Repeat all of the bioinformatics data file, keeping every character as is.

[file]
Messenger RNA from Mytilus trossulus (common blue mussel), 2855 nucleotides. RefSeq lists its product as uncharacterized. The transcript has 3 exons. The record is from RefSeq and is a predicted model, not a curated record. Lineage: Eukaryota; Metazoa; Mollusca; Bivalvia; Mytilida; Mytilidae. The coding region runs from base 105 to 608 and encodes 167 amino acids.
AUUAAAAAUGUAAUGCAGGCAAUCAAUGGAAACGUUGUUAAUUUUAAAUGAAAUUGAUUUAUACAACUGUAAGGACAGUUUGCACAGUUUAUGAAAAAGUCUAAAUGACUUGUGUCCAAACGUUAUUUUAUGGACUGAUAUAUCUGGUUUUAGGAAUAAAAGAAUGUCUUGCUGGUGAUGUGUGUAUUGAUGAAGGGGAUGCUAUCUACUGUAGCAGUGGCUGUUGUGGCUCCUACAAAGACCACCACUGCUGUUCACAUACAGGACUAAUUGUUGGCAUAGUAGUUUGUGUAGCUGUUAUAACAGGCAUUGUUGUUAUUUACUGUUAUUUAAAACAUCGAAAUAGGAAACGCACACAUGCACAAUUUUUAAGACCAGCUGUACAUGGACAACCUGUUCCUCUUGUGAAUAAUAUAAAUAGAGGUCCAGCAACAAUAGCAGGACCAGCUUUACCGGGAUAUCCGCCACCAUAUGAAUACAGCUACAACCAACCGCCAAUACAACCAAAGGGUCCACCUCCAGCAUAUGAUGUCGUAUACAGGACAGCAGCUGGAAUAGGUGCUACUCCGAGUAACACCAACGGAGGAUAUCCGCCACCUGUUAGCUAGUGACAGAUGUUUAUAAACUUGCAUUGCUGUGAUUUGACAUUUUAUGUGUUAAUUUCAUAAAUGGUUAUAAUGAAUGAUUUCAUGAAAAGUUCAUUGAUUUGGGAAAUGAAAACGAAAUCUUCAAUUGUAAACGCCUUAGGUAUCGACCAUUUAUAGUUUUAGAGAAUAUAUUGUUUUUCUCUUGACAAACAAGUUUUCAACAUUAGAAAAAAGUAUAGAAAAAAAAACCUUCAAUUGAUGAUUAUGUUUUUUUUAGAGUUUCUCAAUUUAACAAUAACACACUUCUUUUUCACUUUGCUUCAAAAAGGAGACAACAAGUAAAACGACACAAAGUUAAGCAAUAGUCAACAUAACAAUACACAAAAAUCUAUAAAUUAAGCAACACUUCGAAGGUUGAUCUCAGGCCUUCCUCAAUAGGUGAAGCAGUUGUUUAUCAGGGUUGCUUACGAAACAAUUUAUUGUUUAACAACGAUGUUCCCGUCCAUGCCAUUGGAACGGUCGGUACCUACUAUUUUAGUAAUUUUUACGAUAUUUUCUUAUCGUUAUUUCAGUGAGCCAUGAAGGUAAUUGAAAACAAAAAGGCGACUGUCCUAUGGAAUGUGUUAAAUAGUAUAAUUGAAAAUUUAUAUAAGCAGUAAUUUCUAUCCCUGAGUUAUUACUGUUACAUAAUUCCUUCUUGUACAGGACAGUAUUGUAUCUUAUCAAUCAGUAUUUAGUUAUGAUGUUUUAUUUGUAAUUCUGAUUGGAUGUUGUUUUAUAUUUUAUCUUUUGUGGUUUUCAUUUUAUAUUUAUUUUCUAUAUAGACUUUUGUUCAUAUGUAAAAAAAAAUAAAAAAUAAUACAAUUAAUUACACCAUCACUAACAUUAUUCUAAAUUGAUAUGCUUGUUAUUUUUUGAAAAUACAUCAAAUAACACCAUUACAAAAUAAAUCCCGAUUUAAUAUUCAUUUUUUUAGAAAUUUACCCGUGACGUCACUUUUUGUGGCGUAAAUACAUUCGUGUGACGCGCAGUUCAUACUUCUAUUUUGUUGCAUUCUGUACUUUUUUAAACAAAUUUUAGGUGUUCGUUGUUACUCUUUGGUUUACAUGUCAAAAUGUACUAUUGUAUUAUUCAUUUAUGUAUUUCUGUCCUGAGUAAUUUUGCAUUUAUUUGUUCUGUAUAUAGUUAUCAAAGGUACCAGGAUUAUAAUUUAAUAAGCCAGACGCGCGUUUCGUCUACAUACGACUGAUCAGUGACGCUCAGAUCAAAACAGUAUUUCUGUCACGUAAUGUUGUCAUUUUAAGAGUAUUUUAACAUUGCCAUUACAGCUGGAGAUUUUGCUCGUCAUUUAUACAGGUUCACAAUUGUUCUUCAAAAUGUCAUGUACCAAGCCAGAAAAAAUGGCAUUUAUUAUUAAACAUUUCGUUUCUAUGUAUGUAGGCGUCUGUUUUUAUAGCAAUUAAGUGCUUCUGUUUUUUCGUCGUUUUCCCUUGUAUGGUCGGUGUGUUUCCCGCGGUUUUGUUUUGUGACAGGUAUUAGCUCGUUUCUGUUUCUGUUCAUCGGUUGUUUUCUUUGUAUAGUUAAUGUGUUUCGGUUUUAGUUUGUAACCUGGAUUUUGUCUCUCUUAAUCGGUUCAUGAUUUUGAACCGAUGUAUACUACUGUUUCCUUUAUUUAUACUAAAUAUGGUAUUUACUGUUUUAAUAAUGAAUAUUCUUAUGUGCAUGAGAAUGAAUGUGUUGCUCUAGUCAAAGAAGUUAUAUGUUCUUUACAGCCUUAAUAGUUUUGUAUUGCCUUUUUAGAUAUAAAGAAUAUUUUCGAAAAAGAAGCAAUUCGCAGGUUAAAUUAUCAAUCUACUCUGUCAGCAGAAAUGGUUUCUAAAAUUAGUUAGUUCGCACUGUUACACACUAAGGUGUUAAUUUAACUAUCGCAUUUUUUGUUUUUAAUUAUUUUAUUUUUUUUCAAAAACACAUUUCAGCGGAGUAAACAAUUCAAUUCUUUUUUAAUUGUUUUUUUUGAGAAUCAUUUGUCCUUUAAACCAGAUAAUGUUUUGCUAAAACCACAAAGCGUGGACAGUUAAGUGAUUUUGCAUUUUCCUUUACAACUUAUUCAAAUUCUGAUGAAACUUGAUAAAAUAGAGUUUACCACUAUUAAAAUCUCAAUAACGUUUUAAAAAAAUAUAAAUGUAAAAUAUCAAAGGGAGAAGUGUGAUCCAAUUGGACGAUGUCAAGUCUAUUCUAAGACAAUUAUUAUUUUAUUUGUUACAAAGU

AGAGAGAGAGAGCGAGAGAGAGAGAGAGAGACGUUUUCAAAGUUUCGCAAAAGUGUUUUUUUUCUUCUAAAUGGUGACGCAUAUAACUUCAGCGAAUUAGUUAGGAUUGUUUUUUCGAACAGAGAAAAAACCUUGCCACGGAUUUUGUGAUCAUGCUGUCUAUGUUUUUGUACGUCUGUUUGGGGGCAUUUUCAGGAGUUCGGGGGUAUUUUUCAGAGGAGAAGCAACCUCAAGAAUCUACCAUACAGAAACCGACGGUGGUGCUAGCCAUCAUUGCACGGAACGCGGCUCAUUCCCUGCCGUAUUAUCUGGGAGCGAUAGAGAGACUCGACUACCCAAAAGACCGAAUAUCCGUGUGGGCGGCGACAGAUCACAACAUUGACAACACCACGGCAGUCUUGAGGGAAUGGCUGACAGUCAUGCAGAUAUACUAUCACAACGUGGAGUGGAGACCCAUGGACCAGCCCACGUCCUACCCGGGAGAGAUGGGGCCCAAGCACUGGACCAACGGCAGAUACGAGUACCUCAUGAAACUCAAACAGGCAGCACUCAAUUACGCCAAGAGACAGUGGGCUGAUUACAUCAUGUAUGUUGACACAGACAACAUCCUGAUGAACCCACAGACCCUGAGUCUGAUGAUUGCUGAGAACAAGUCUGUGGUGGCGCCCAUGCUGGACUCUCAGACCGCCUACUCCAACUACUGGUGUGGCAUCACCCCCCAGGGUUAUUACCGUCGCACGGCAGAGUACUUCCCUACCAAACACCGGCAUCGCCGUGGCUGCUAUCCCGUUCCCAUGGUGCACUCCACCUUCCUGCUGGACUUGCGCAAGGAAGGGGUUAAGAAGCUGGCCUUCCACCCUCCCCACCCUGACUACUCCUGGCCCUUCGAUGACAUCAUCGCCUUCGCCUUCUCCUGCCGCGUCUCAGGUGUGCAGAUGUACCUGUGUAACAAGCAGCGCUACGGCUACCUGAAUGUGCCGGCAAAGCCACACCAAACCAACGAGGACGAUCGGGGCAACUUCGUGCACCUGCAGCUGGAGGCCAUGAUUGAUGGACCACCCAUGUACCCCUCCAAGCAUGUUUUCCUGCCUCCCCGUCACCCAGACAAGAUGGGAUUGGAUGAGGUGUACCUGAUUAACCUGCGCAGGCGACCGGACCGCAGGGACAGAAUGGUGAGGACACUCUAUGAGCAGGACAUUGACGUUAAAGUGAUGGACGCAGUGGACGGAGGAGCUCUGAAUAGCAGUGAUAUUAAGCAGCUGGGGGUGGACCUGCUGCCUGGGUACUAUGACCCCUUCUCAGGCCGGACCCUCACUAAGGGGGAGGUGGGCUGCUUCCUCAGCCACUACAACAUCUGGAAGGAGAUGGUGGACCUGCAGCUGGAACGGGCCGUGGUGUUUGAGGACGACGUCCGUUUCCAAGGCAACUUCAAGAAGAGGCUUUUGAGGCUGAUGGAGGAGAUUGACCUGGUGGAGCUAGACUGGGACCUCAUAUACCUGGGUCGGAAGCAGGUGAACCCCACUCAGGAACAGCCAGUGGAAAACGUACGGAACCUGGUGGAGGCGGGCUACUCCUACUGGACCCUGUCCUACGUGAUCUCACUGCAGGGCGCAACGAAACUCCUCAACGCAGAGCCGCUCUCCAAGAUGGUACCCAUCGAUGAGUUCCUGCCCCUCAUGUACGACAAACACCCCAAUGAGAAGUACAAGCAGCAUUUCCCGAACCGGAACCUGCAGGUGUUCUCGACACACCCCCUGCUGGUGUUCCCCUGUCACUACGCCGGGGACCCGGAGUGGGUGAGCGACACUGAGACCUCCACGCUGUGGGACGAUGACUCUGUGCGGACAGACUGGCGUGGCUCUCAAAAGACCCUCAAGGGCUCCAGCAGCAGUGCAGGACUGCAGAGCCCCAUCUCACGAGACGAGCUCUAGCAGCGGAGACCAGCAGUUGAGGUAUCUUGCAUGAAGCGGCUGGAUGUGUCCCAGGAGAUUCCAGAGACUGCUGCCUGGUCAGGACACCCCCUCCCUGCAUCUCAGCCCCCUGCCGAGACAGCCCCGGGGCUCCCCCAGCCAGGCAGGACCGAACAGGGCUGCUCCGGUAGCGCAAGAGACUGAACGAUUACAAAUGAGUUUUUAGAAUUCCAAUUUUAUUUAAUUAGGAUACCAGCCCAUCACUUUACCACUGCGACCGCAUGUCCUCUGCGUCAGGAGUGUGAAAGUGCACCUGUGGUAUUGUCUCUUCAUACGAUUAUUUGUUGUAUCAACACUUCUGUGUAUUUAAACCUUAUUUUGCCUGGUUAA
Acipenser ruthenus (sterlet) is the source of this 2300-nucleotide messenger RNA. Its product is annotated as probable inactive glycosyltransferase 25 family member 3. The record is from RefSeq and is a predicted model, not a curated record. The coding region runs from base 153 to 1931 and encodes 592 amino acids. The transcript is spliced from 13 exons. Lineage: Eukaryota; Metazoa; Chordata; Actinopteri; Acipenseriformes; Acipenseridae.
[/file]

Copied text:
Messenger RNA from Mytilus trossulus (common blue mussel), 2855 nucleotides. RefSeq lists its product as uncharacterized. The transcript has 3 exons. The record is from RefSeq and is a predicted model, not a curated record. Lineage: Eukaryota; Metazoa; Mollusca; Bivalvia; Mytilida; Mytilidae. The coding region runs from base 105 to 608 and encodes 167 amino acids.
AUUAAAAAUGUAAUGCAGGCAAUCAAUGGAAACGUUGUUAAUUUUAAAUGAAAUUGAUUUAUACAACUGUAAGGACAGUUUGCACAGUUUAUGAAAAAGUCUAAAUGACUUGUGUCCAAACGUUAUUUUAUGGACUGAUAUAUCUGGUUUUAGGAAUAAAAGAAUGUCUUGCUGGUGAUGUGUGUAUUGAUGAAGGGGAUGCUAUCUACUGUAGCAGUGGCUGUUGUGGCUCCUACAAAGACCACCACUGCUGUUCACAUACAGGACUAAUUGUUGGCAUAGUAGUUUGUGUAGCUGUUAUAACAGGCAUUGUUGUUAUUUACUGUUAUUUAAAACAUCGAAAUAGGAAACGCACACAUGCACAAUUUUUAAGACCAGCUGUACAUGGACAACCUGUUCCUCUUGUGAAUAAUAUAAAUAGAGGUCCAGCAACAAUAGCAGGACCAGCUUUACCGGGAUAUCCGCCACCAUAUGAAUACAGCUACAACCAACCGCCAAUACAACCAAAGGGUCCACCUCCAGCAUAUGAUGUCGUAUACAGGACAGCAGCUGGAAUAGGUGCUACUCCGAGUAACACCAACGGAGGAUAUCCGCCACCUGUUAGCUAGUGACAGAUGUUUAUAAACUUGCAUUGCUGUGAUUUGACAUUUUAUGUGUUAAUUUCAUAAAUGGUUAUAAUGAAUGAUUUCAUGAAAAGUUCAUUGAUUUGGGAAAUGAAAACGAAAUCUUCAAUUGUAAACGCCUUAGGUAUCGACCAUUUAUAGUUUUAGAGAAUAUAUUGUUUUUCUCUUGACAAACAAGUUUUCAACAUUAGAAAAAAGUAUAGAAAAAAAAACCUUCAAUUGAUGAUUAUGUUUUUUUUAGAGUUUCUCAAUUUAACAAUAACACACUUCUUUUUCACUUUGCUUCAAAAAGGAGACAACAAGUAAAACGACACAAAGUUAAGCAAUAGUCAACAUAACAAUACACAAAAAUCUAUAAAUUAAGCAACACUUCGAAGGUUGAUCUCAGGCCUUCCUCAAUAGGUGAAGCAGUUGUUUAUCAGGGUUGCUUACGAAACAAUUUAUUGUUUAACAACGAUGUUCCCGUCCAUGCCAUUGGAACGGUCGGUACCUACUAUUUUAGUAAUUUUUACGAUAUUUUCUUAUCGUUAUUUCAGUGAGCCAUGAAGGUAAUUGAAAACAAAAAGGCGACUGUCCUAUGGAAUGUGUUAAAUAGUAUAAUUGAAAAUUUAUAUAAGCAGUAAUUUCUAUCCCUGAGUUAUUACUGUUACAUAAUUCCUUCUUGUACAGGACAGUAUUGUAUCUUAUCAAUCAGUAUUUAGUUAUGAUGUUUUAUUUGUAAUUCUGAUUGGAUGUUGUUUUAUAUUUUAUCUUUUGUGGUUUUCAUUUUAUAUUUAUUUUCUAUAUAGACUUUUGUUCAUAUGUAAAAAAAAAUAAAAAAUAAUACAAUUAAUUACACCAUCACUAACAUUAUUCUAAAUUGAUAUGCUUGUUAUUUUUUGAAAAUACAUCAAAUAACACCAUUACAAAAUAAAUCCCGAUUUAAUAUUCAUUUUUUUAGAAAUUUACCCGUGACGUCACUUUUUGUGGCGUAAAUACAUUCGUGUGACGCGCAGUUCAUACUUCUAUUUUGUUGCAUUCUGUACUUUUUUAAACAAAUUUUAGGUGUUCGUUGUUACUCUUUGGUUUACAUGUCAAAAUGUACUAUUGUAUUAUUCAUUUAUGUAUUUCUGUCCUGAGUAAUUUUGCAUUUAUUUGUUCUGUAUAUAGUUAUCAAAGGUACCAGGAUUAUAAUUUAAUAAGCCAGACGCGCGUUUCGUCUACAUACGACUGAUCAGUGACGCUCAGAUCAAAACAGUAUUUCUGUCACGUAAUGUUGUCAUUUUAAGAGUAUUUUAACAUUGCCAUUACAGCUGGAGAUUUUGCUCGUCAUUUAUACAGGUUCACAAUUGUUCUUCAAAAUGUCAUGUACCAAGCCAGAAAAAAUGGCAUUUAUUAUUAAACAUUUCGUUUCUAUGUAUGUAGGCGUCUGUUUUUAUAGCAAUUAAGUGCUUCUGUUUUUUCGUCGUUUUCCCUUGUAUGGUCGGUGUGUUUCCCGCGGUUUUGUUUUGUGACAGGUAUUAGCUCGUUUCUGUUUCUGUUCAUCGGUUGUUUUCUUUGUAUAGUUAAUGUGUUUCGGUUUUAGUUUGUAACCUGGAUUUUGUCUCUCUUAAUCGGUUCAUGAUUUUGAACCGAUGUAUACUACUGUUUCCUUUAUUUAUACUAAAUAUGGUAUUUACUGUUUUAAUAAUGAAUAUUCUUAUGUGCAUGAGAAUGAAUGUGUUGCUCUAGUCAAAGAAGUUAUAUGUUCUUUACAGCCUUAAUAGUUUUGUAUUGCCUUUUUAGAUAUAAAGAAUAUUUUCGAAAAAGAAGCAAUUCGCAGGUUAAAUUAUCAAUCUACUCUGUCAGCAGAAAUGGUUUCUAAAAUUAGUUAGUUCGCACUGUUACACACUAAGGUGUUAAUUUAACUAUCGCAUUUUUUGUUUUUAAUUAUUUUAUUUUUUUUCAAAAACACAUUUCAGCGGAGUAAACAAUUCAAUUCUUUUUUAAUUGUUUUUUUUGAGAAUCAUUUGUCCUUUAAACCAGAUAAUGUUUUGCUAAAACCACAAAGCGUGGACAGUUAAGUGAUUUUGCAUUUUCCUUUACAACUUAUUCAAAUUCUGAUGAAACUUGAUAAAAUAGAGUUUACCACUAUUAAAAUCUCAAUAACGUUUUAAAAAAAUAUAAAUGUAAAAUAUCAAAGGGAGAAGUGUGAUCCAAUUGGACGAUGUCAAGUCUAUUCUAAGACAAUUAUUAUUUUAUUUGUUACAAAGU

AGAGAGAGAGAGCGAGAGAGAGAGAGAGAGACGUUUUCAAAGUUUCGCAAAAGUGUUUUUUUUCUUCUAAAUGGUGACGCAUAUAACUUCAGCGAAUUAGUUAGGAUUGUUUUUUCGAACAGAGAAAAAACCUUGCCACGGAUUUUGUGAUCAUGCUGUCUAUGUUUUUGUACGUCUGUUUGGGGGCAUUUUCAGGAGUUCGGGGGUAUUUUUCAGAGGAGAAGCAACCUCAAGAAUCUACCAUACAGAAACCGACGGUGGUGCUAGCCAUCAUUGCACGGAACGCGGCUCAUUCCCUGCCGUAUUAUCUGGGAGCGAUAGAGAGACUCGACUACCCAAAAGACCGAAUAUCCGUGUGGGCGGCGACAGAUCACAACAUUGACAACACCACGGCAGUCUUGAGGGAAUGGCUGACAGUCAUGCAGAUAUACUAUCACAACGUGGAGUGGAGACCCAUGGACCAGCCCACGUCCUACCCGGGAGAGAUGGGGCCCAAGCACUGGACCAACGGCAGAUACGAGUACCUCAUGAAACUCAAACAGGCAGCACUCAAUUACGCCAAGAGACAGUGGGCUGAUUACAUCAUGUAUGUUGACACAGACAACAUCCUGAUGAACCCACAGACCCUGAGUCUGAUGAUUGCUGAGAACAAGUCUGUGGUGGCGCCCAUGCUGGACUCUCAGACCGCCUACUCCAACUACUGGUGUGGCAUCACCCCCCAGGGUUAUUACCGUCGCACGGCAGAGUACUUCCCUACCAAACACCGGCAUCGCCGUGGCUGCUAUCCCGUUCCCAUGGUGCACUCCACCUUCCUGCUGGACUUGCGCAAGGAAGGGGUUAAGAAGCUGGCCUUCCACCCUCCCCACCCUGACUACUCCUGGCCCUUCGAUGACAUCAUCGCCUUCGCCUUCUCCUGCCGCGUCUCAGGUGUGCAGAUGUACCUGUGUAACAAGCAGCGCUACGGCUACCUGAAUGUGCCGGCAAAGCCACACCAAACCAACGAGGACGAUCGGGGCAACUUCGUGCACCUGCAGCUGGAGGCCAUGAUUGAUGGACCACCCAUGUACCCCUCCAAGCAUGUUUUCCUGCCUCCCCGUCACCCAGACAAGAUGGGAUUGGAUGAGGUGUACCUGAUUAACCUGCGCAGGCGACCGGACCGCAGGGACAGAAUGGUGAGGACACUCUAUGAGCAGGACAUUGACGUUAAAGUGAUGGACGCAGUGGACGGAGGAGCUCUGAAUAGCAGUGAUAUUAAGCAGCUGGGGGUGGACCUGCUGCCUGGGUACUAUGACCCCUUCUCAGGCCGGACCCUCACUAAGGGGGAGGUGGGCUGCUUCCUCAGCCACUACAACAUCUGGAAGGAGAUGGUGGACCUGCAGCUGGAACGGGCCGUGGUGUUUGAGGACGACGUCCGUUUCCAAGGCAACUUCAAGAAGAGGCUUUUGAGGCUGAUGGAGGAGAUUGACCUGGUGGAGCUAGACUGGGACCUCAUAUACCUGGGUCGGAAGCAGGUGAACCCCACUCAGGAACAGCCAGUGGAAAACGUACGGAACCUGGUGGAGGCGGGCUACUCCUACUGGACCCUGUCCUACGUGAUCUCACUGCAGGGCGCAACGAAACUCCUCAACGCAGAGCCGCUCUCCAAGAUGGUACCCAUCGAUGAGUUCCUGCCCCUCAUGUACGACAAACACCCCAAUGAGAAGUACAAGCAGCAUUUCCCGAACCGGAACCUGCAGGUGUUCUCGACACACCCCCUGCUGGUGUUCCCCUGUCACUACGCCGGGGACCCGGAGUGGGUGAGCGACACUGAGACCUCCACGCUGUGGGACGAUGACUCUGUGCGGACAGACUGGCGUGGCUCUCAAAAGACCCUCAAGGGCUCCAGCAGCAGUGCAGGACUGCAGAGCCCCAUCUCACGAGACGAGCUCUAGCAGCGGAGACCAGCAGUUGAGGUAUCUUGCAUGAAGCGGCUGGAUGUGUCCCAGGAGAUUCCAGAGACUGCUGCCUGGUCAGGACACCCCCUCCCUGCAUCUCAGCCCCCUGCCGAGACAGCCCCGGGGCUCCCCCAGCCAGGCAGGACCGAACAGGGCUGCUCCGGUAGCGCAAGAGACUGAACGAUUACAAAUGAGUUUUUAGAAUUCCAAUUUUAUUUAAUUAGGAUACCAGCCCAUCACUUUACCACUGCGACCGCAUGUCCUCUGCGUCAGGAGUGUGAAAGUGCACCUGUGGUAUUGUCUCUUCAUACGAUUAUUUGUUGUAUCAACACUUCUGUGUAUUUAAACCUUAUUUUGCCUGGUUAA
Acipenser ruthenus (sterlet) is the source of this 2300-nucleotide messenger RNA. Its product is annotated as probable inactive glycosyltransferase 25 family member 3. The record is from RefSeq and is a predicted model, not a curated record. The coding region runs from base 153 to 1931 and encodes 592 amino acids. The transcript is spliced from 13 exons. Lineage: Eukaryota; Metazoa; Chordata; Actinopteri; Acipenseriformes; Acipenseridae.